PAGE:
- Alcoa, an aluminium smelter, killed 152 koalas
- The koalas were suffering from fluoride exposure
More than 150 koalas have been put down after falling ill while living near an American-owned aluminium smelter in the last four years.
Alcoa, an aluminium smelter in Portland in regional southwest Victoria, admitted to killing the koalas after finding they were deteriorating from exposure to fluoride – a waste product of smelting.
The industry giant found a large group of koalas living in the 17 hectares closest to the smelter were suffering from the effects of fluorosis, a disease caused by fluoride exposure which can lead to malnutrition as well as skeletal and dental defects.
Overpopulation was also found to be a problem in the small area.
The 152 worst-affected koalas, about 60 per cent of those assessed, were euthanised and the forest was closed off from the public in March.
In response to the tragic loss of life, Alcoa has implemented a Koala Management Plan.
Part of its plan to rehabilitate koala’s wellbeing in the area includes planting 16,000 eucalyptus trees on 14 hectares further from the smelter.
Alcoa hopes that by gradually removing the 17 worst-affected hectares while the plantation grows it will encourage the koalas to move to the new forest.
‘We remain committed to supporting the ongoing protection and management of the local koala population,’ a spokesperson said in a statement.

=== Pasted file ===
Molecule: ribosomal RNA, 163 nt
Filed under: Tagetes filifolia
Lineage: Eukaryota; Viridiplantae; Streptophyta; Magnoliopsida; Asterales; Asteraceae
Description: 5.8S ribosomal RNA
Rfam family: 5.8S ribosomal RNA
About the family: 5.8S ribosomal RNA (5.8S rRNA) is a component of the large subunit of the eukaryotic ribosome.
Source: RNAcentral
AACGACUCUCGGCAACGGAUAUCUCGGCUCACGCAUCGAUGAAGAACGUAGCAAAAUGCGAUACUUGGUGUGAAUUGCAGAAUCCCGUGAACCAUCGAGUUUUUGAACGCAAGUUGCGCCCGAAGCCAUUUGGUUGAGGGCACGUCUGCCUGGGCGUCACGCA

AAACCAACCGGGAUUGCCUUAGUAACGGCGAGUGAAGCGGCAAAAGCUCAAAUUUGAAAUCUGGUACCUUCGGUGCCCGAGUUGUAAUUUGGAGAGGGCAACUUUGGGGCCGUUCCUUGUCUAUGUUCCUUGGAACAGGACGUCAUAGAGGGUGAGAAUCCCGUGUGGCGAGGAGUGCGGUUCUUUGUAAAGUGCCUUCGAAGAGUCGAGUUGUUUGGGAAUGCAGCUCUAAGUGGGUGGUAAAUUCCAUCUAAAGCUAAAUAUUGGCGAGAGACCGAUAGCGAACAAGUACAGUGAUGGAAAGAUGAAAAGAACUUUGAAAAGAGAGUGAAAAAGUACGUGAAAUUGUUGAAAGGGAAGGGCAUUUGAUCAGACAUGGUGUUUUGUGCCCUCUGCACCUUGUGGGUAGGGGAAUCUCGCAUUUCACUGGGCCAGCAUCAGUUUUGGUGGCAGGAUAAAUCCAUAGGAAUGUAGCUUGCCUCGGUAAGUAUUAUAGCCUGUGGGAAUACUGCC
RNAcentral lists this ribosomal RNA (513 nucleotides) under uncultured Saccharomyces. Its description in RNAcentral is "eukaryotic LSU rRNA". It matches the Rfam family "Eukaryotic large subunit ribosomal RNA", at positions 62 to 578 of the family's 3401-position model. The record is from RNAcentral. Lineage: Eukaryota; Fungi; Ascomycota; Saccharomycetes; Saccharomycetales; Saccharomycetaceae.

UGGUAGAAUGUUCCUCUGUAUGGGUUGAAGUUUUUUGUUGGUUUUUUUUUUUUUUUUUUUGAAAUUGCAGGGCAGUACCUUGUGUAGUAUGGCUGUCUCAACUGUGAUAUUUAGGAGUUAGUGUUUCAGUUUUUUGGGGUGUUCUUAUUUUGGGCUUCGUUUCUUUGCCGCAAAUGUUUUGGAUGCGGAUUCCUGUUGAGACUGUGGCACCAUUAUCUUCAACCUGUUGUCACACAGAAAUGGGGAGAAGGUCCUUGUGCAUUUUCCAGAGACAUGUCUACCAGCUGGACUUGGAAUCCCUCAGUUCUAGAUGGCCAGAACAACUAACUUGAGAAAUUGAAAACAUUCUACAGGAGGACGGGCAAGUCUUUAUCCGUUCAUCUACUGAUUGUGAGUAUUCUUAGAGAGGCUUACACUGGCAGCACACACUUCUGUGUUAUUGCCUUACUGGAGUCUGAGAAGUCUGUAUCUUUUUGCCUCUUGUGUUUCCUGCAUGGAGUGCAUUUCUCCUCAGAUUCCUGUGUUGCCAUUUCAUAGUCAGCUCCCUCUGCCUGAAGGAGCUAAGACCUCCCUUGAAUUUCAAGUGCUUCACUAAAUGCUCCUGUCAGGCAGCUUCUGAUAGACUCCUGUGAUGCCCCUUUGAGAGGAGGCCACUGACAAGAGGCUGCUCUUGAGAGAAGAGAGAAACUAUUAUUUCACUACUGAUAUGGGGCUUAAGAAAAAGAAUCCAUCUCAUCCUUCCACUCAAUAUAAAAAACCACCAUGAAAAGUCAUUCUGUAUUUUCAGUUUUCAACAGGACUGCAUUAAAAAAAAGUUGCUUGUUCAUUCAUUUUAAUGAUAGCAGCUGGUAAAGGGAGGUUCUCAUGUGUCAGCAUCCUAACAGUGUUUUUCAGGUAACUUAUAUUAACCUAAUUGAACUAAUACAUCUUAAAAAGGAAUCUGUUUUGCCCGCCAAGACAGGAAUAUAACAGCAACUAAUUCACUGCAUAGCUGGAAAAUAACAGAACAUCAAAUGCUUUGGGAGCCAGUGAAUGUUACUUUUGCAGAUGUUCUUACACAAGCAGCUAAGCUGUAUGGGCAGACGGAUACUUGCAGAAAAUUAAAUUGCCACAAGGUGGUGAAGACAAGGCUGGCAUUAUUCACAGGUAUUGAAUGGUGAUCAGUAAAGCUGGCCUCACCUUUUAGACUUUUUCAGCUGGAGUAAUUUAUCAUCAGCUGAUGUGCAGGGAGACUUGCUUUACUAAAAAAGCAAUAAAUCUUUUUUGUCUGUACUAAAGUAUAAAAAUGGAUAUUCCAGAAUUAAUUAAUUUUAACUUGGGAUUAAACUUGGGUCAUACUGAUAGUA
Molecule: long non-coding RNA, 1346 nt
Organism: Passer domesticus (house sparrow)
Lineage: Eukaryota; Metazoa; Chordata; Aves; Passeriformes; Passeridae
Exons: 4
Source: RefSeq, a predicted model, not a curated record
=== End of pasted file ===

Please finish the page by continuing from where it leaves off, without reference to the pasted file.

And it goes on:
However, wildlife activist groups say the situation in Portland is only an example of a wider koala crisis across Victoria.
Koalas are listed as endangered in NSW, QLD and the ACT but the Victorian Government claims its koala population is ‘secure’.
Some parts of the state have even declared an overpopulation of koalas, including the southwest where Portland is located.
In 2022 the government euthanised almost a third of the 125 koalas near the Budj Bim dormant volcano, about 70km from Portland.
Koala Alliance Victoria is just one of the agencies that claim Victoria is overestimating the stability of its koala population and calling for the national icons to be treated with more respect.
‘If we don’t act, koalas in Victoria will vanish without even getting onto the endangered list,’ spokesperson Jessica Roberson told Yahoo.
‘That would be a terrible tragedy and we will not rest until something is done to turn this around.’